A happy ending at the Oscars
A year after #OscarsSoWhite was trending on Twitter, 2017 was a stellar awards season for Black films and filmmakers, writes.
THE 2017 Academy Awards broadcast will most likely be remembered for the surprise twist ending, in which an award envelope snafu led to La La Land being declared Best Picture and three of its producers giving their acceptance speeches before it was announced that Moonlight was the actual winner.
The bizarre flub of the night's biggest moment was made even more surreal by the fact that the two films could not be more different from each other--and seem to represent two possible directions for the future of the American film industry as a whole.
La La Land arrived at the Oscars with a record-tying 14 nominations and was heavily favored to win in many categories. It's a candy-coated pastiche of classic Hollywood musical tropes that follows young, pretty white people striving for their dreams in Los Angeles. If film industry denizens love it, it's because it's a film about themselves.
By contrast, Moonlight is a low-budget independent drama with no stars, about a Black gay man growing up in a poor neighborhood in Miami, written and directed by two Black men (one gay, one straight) who actually grew up in the community they depict.
While it ends on a hopeful note, it's a film that pulls no punches about the realities of poverty, racism, drug addiction, homophobia and the way aggressive masculinity can seem like a shield against a harsh world, but ends up becoming a trap.
It's exactly the kind of small, gorgeous film about the human experience of marginalized people that we've been yelling at the film industry to produce more of for years. It's also the kind of superbly crafted independent film that sometimes makes it onto the Best Picture nomination list, but is rarely expected to win.
But win it did, becoming the first LGBT-themed film to score an Oscar. Mahershala Ali, who plays Juan, a drug dealer and substitute father figure to the film's protagonist Chiron, also became the first Muslim actor to win an Oscar. And although she didn't win her category, Moonlight's Joi McMillon is the first Black woman ever to be nominated for Best Editing.
A year after #OscarsSoWhite was trending on Twitter, 2017 was a stellar awards season for Black films and filmmakers, with Moonlight, Fences, Hidden Figures, Loving, I Am Not Your Negro, 13th and OJ: Made in America all receiving nominations, along with five Black actors and actresses.
It seems likely that the efforts of the Academy to induct more members of color, as well as women and younger filmmakers, in the wake of last year's controversy had at least some effect on the nominations. It's also possible that the media spotlight on Hollywood racism effectively guilted some of the Academy's mostly white membership into paying more attention to films by and about people of color.
But in order to be nominated, these films needed to exist in the first place, and that is a process that in most cases takes more than a year. It's more likely that the relative surge of films about Black people is a longer-term echo effect of several years of the Black Lives Matter movement forcing itself into the headlines and eventually penetrating even Hollywood's slow-to-react zeitgeist.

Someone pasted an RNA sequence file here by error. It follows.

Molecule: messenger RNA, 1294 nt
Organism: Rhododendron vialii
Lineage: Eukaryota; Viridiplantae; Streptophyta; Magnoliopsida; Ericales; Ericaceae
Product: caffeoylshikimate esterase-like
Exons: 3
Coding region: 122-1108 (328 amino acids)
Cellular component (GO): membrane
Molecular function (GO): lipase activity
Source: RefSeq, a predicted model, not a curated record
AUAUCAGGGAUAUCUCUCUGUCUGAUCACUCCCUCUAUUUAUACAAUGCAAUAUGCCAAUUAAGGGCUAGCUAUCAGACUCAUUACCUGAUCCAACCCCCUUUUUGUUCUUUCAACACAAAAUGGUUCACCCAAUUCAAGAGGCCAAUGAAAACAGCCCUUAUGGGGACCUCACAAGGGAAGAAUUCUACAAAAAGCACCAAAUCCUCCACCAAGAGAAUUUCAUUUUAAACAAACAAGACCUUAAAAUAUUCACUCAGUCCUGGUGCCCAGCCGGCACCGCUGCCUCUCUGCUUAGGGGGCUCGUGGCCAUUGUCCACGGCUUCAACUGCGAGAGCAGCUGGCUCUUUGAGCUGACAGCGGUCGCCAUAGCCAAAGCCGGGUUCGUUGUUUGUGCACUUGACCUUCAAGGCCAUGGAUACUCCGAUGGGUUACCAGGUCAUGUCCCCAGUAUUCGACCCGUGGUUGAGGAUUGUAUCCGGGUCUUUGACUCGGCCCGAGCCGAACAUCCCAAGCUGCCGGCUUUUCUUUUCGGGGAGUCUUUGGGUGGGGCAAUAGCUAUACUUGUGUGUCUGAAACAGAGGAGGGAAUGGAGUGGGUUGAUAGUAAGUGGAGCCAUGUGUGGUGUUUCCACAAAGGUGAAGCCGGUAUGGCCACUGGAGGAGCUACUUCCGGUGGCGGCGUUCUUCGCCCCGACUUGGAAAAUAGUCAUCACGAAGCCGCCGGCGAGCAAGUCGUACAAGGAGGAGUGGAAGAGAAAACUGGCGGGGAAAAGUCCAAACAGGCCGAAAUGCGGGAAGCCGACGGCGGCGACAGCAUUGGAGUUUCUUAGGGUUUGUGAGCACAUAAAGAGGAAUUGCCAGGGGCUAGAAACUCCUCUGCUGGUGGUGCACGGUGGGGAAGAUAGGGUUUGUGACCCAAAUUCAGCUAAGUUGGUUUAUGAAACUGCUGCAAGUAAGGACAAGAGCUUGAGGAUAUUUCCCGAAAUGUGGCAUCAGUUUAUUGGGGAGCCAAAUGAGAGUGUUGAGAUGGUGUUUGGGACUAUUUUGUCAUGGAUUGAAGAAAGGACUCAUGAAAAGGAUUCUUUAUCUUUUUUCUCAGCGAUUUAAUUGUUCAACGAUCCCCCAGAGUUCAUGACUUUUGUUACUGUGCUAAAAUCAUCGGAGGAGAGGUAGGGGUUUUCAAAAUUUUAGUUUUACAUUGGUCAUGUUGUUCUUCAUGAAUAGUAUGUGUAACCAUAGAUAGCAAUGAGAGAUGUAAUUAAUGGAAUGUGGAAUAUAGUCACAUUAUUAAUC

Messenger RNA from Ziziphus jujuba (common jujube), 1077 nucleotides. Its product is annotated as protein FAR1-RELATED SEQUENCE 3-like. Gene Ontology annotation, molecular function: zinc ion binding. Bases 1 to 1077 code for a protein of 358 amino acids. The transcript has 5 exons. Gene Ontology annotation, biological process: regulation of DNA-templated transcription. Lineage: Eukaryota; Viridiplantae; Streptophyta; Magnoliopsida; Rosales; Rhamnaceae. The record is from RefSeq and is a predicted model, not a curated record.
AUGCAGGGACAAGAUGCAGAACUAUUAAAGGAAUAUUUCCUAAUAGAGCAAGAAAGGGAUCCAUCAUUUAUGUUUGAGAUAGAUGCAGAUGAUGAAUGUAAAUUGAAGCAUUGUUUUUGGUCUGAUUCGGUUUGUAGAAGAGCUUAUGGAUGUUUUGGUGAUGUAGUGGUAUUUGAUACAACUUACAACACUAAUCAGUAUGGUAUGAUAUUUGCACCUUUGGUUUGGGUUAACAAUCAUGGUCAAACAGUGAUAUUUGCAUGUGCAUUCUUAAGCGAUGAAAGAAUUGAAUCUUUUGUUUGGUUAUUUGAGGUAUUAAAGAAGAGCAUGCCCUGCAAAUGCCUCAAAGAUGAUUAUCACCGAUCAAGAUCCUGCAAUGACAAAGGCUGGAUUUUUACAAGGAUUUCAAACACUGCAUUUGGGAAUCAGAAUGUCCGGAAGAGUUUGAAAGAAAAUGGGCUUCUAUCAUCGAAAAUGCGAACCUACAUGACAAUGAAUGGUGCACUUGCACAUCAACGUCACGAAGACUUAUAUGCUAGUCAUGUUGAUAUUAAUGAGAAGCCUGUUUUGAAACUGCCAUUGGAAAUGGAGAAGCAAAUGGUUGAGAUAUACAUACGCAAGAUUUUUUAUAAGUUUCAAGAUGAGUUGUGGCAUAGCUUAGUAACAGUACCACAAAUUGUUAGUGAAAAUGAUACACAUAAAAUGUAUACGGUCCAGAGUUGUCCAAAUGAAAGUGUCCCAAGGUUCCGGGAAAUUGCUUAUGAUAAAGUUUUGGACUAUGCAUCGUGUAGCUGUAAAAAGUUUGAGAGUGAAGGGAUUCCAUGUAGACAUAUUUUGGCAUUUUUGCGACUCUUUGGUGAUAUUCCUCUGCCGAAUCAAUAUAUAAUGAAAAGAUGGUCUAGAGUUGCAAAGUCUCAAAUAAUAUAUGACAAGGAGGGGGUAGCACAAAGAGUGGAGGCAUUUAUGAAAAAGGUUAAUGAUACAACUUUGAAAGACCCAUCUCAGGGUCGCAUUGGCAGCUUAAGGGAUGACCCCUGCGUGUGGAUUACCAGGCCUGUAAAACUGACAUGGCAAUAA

It's true that almost all the films of this current wave are based on real-life historical stories of famous or exceptional Black people. Films like Moonlight, about ordinary people of color just living their lives--let alone people who are also queer and poor--are still few and far between.
IN ADDITION to Moonlight's triumph, there was a noticeable current of solidarity in a number of Oscar speeches. Host Jimmy Kimmel kept his political jokes relatively tame, tweeting at Trump and mock-thanking him for making Hollywood's racism look like a minor problem by comparison.
But Mexican actor Gael Garcia Bernal paused between two award announcements to declare:
[A]ctors are migrant workers. We travel all over the world. We build families, we construct stories, we build life that cannot be divided. As a Mexican, as a Latin American, as a migrant worker, as a human being, I'm against any form of wall that wants to separate us.
Iranian director Asghar Farhadi, who won the Oscar for Best Foreign Language Film for The Salesman, sent a statement that read:
I'm sorry I'm not with you tonight. My absence is out of respect for the people of my country and those of other six nations who have been disrespected by the inhumane law that bans entry of immigrants to the U.S.
His Oscar was accepted by two Iranian Americans, astronaut Anousheh Ansari and former head of Mars exploration for NASA Firouz Naderi.
While the world of the Oscars may seem far removed from the struggles against Trump's attacks by ordinary people, film can play a powerful role in reflecting and amplifying those struggles, and in assuring oppressed people that their lives are worthy of being documented, understood and empathized with.
As playwright and Moonlight screenwriter Tarell Alvin McCraney said while accepting the Oscar for Best Adapted Screenplay: "This goes out to all those Black and Brown boys and girls, and non-gender conforming--who don't see themselves. We are trying to show you--you and us--so thank you. This is for you."